_{2}, which form motif set S

_{2}. To determine motif set S

_{3}, note that column 4 contains the character c in three locations. These three locations correspond to the motifs m

_{3}, M

_{4}, and m

_{5}, which form motif set S

_{3}.

**[0095]**Now that motif sets have been determined, unique intersection sets are determined. A tree 700 is constructed and shown in FIG. 7. Tree 700 comprises nodes 710, 720, 730, 740, and 750 and "leaves" 711, 721, 731, 741, and 751. Each leaf corresponds to an intersection set, and, consequently, the term "intersection set" will be used herein. At each node, a group 760 of motifs is used to determine intersection sets. This group 760 is the subset 610 of motifs shown in FIG. 6. The group 760 is a set of motifs that can be numbered or assigned to columns arbitrarily from 1 . . . m, where m is the total number of motifs. At each node of the tree, only one motif from a group is considered. In the example of FIG. 7, a box is placed around the motif that is being considered from group 760.

**[0096]**At the root node 710, for instance, one of the motifs in the group 760 is selected and considered. At the next node 720, another of the motifs in the group 760 is selected and considered. This process continues through each node. At each node, a left child group is created from the intersection set of all those motif sets that has the motif being considered (e.g. motif m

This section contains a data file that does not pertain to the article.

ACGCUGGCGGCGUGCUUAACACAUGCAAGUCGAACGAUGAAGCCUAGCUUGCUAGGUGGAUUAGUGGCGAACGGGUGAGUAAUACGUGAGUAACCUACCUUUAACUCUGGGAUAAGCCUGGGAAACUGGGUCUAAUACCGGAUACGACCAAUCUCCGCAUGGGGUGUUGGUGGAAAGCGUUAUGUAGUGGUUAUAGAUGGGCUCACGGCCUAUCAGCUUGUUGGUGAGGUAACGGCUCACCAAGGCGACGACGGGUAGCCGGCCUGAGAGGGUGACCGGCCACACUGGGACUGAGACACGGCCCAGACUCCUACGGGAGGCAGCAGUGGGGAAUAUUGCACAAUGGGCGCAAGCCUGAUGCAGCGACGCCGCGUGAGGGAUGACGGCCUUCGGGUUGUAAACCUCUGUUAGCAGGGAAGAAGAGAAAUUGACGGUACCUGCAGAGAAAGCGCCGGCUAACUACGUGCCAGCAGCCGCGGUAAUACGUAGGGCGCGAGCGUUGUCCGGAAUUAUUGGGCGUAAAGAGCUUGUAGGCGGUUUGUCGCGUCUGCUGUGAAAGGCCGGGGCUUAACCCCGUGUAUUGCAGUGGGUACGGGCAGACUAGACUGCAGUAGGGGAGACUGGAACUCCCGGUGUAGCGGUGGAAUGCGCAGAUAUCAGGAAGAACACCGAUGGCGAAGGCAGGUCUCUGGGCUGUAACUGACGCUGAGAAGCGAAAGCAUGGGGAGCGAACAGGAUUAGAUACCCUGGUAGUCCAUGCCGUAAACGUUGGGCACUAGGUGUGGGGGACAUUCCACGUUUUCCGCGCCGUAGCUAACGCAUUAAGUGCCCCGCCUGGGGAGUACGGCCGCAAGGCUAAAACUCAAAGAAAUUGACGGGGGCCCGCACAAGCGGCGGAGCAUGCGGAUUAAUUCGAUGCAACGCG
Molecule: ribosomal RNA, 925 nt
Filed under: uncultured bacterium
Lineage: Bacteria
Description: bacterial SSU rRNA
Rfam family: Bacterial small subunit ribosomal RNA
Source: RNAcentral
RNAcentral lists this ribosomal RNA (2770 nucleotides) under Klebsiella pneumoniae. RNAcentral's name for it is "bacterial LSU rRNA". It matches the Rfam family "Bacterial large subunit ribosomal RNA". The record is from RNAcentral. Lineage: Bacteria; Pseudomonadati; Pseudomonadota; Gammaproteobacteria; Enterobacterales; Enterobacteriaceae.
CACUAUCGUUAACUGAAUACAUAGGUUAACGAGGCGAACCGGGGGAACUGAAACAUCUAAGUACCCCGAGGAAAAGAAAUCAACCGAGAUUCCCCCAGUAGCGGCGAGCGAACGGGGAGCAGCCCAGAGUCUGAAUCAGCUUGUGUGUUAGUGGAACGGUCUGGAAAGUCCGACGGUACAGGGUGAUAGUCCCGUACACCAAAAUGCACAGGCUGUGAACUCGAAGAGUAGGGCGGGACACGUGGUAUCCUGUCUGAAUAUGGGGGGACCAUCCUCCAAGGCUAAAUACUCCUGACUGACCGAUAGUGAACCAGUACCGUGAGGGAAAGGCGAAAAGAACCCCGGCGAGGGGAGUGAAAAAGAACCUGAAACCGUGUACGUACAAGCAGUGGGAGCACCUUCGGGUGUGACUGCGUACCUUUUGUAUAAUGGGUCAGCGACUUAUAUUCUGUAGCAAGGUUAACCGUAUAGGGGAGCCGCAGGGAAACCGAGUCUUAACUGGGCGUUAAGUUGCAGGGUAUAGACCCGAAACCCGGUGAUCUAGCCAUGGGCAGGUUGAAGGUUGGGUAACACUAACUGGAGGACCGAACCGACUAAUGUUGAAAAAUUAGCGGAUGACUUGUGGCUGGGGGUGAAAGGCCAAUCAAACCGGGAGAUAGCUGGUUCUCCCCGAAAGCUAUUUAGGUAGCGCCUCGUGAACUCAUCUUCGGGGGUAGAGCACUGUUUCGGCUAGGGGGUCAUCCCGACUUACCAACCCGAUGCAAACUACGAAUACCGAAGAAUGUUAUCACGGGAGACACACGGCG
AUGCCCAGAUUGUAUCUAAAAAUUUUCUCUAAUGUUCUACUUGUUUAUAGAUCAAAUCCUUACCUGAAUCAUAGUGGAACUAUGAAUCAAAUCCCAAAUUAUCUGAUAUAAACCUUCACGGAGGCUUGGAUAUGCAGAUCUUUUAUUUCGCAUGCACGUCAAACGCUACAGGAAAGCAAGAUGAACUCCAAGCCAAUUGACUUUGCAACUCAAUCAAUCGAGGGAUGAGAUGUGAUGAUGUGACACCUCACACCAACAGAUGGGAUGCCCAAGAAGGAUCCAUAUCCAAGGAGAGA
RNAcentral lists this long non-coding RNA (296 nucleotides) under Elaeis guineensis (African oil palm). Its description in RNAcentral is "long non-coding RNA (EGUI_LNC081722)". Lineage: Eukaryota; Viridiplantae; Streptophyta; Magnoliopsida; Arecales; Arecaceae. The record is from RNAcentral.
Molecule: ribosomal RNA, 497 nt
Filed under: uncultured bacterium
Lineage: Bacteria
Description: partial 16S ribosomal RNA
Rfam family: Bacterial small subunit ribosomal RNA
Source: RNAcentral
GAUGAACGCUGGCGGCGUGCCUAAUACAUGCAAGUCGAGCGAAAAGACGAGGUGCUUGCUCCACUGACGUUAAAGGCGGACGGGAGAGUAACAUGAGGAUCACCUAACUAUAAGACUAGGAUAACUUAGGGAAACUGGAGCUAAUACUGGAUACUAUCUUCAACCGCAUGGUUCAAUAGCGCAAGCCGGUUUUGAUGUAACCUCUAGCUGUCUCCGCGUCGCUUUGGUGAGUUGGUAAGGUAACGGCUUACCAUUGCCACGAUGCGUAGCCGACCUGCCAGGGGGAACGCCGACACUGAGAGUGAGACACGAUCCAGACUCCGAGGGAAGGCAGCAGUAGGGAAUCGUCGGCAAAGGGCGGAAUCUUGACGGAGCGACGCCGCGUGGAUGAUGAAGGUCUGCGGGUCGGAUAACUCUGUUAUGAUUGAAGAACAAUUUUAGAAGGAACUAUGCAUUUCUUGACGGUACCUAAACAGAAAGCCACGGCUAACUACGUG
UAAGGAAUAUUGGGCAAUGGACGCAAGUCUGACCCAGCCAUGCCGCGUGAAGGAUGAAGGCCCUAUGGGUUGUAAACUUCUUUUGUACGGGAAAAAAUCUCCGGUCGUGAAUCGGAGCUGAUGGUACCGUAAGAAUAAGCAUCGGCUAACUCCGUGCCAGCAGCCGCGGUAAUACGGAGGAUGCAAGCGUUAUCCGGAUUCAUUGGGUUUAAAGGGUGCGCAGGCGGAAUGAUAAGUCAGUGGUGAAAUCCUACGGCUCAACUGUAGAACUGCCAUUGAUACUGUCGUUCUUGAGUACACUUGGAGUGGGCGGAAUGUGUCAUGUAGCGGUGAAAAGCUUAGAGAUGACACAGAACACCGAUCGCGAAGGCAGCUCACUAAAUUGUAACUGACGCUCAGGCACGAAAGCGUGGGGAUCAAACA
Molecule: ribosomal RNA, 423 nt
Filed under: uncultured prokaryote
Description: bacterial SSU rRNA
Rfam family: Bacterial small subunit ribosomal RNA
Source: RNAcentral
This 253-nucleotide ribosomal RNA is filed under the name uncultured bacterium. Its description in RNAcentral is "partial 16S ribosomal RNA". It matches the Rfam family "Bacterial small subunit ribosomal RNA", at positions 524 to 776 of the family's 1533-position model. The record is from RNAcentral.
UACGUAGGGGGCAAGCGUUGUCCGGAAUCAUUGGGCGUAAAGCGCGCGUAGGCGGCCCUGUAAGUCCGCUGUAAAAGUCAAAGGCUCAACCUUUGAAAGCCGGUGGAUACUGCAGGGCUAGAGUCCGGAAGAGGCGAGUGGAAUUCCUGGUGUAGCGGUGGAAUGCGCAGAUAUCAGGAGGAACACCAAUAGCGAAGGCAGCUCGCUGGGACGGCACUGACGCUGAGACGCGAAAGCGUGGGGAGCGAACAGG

_{i}), provided this intersection has not already been created. The right child is the parent set minus the motif already considered. This process ensures that the tree can have a depth, measured in nodes, no bigger than m.

**[0097]**Although the motifs may be selected at random, the present example will start with the first motif, m

_{1}, end with the last motif, m

_{5}, and process the motifs in order. At node 710, for the selected basis motif m

_{1}, there is one intersection set 711 of {S

_{1},S

_{2}} (i.e., only sets S

_{1}and S

_{2}contain basis motif m

_{1}). At node 720, for the selected basis motif m

_{2}, there is an intersection set 721 of {S

_{1}, S

_{2}}; however, this set is not unique and is discarded. At node 730, for the selected motif M

_{3}, there is an intersection set 731 of {S

_{1},S

_{3}}. At node 740, for the motif m

_{4}, there is an intersection set 741 of {S

_{1},S

_{3}} however, this intersection is not unique and is discarded. The final intersection set 751 is {S

_{3}}, but this intersection set is also not unique and it does not have a size greater than one. Thus, the unique intersection sets are {S

_{1},S

_{2}} and {S

_{1},S

_{3}}.

**[0098]**The redundant motifs are then determined from S

_{1}, S

_{2}, S

_{3}, {S

_{1}, S

_{2}}, and {S

_{1}, S

_{3}} as follows. The intersection of S

_{1}and S

_{2}is S

_{1}∩S

_{2}={m

_{1},m

_{2}}=ab..b, with location list .English Pound.=.English Pound.

_{m}

_{1}∪.English Pound.

_{m}

_{2}. The intersection of S

_{2}and S

_{3}is S

_{1}∩S

_{3}={m

_{3},m

_{4}}=a...c, with location list .English Pound.=.English Pound.

_{m}

_{3}∪.English Pound.

_{m}

_{4}. The intersection of the motif set S

_{1}is S

_{1}={m

_{1},m

_{2},m

_{3},m

_{4}}=ab, with location list .English Pound.=.English Pound.

_{m1}∪.English Pound.

_{m2}∪.English Pound.

_{m3}∪.English Pound.

_{m4}. The intersection of the motif set S

_{2}is S

_{2}={m

_{1},m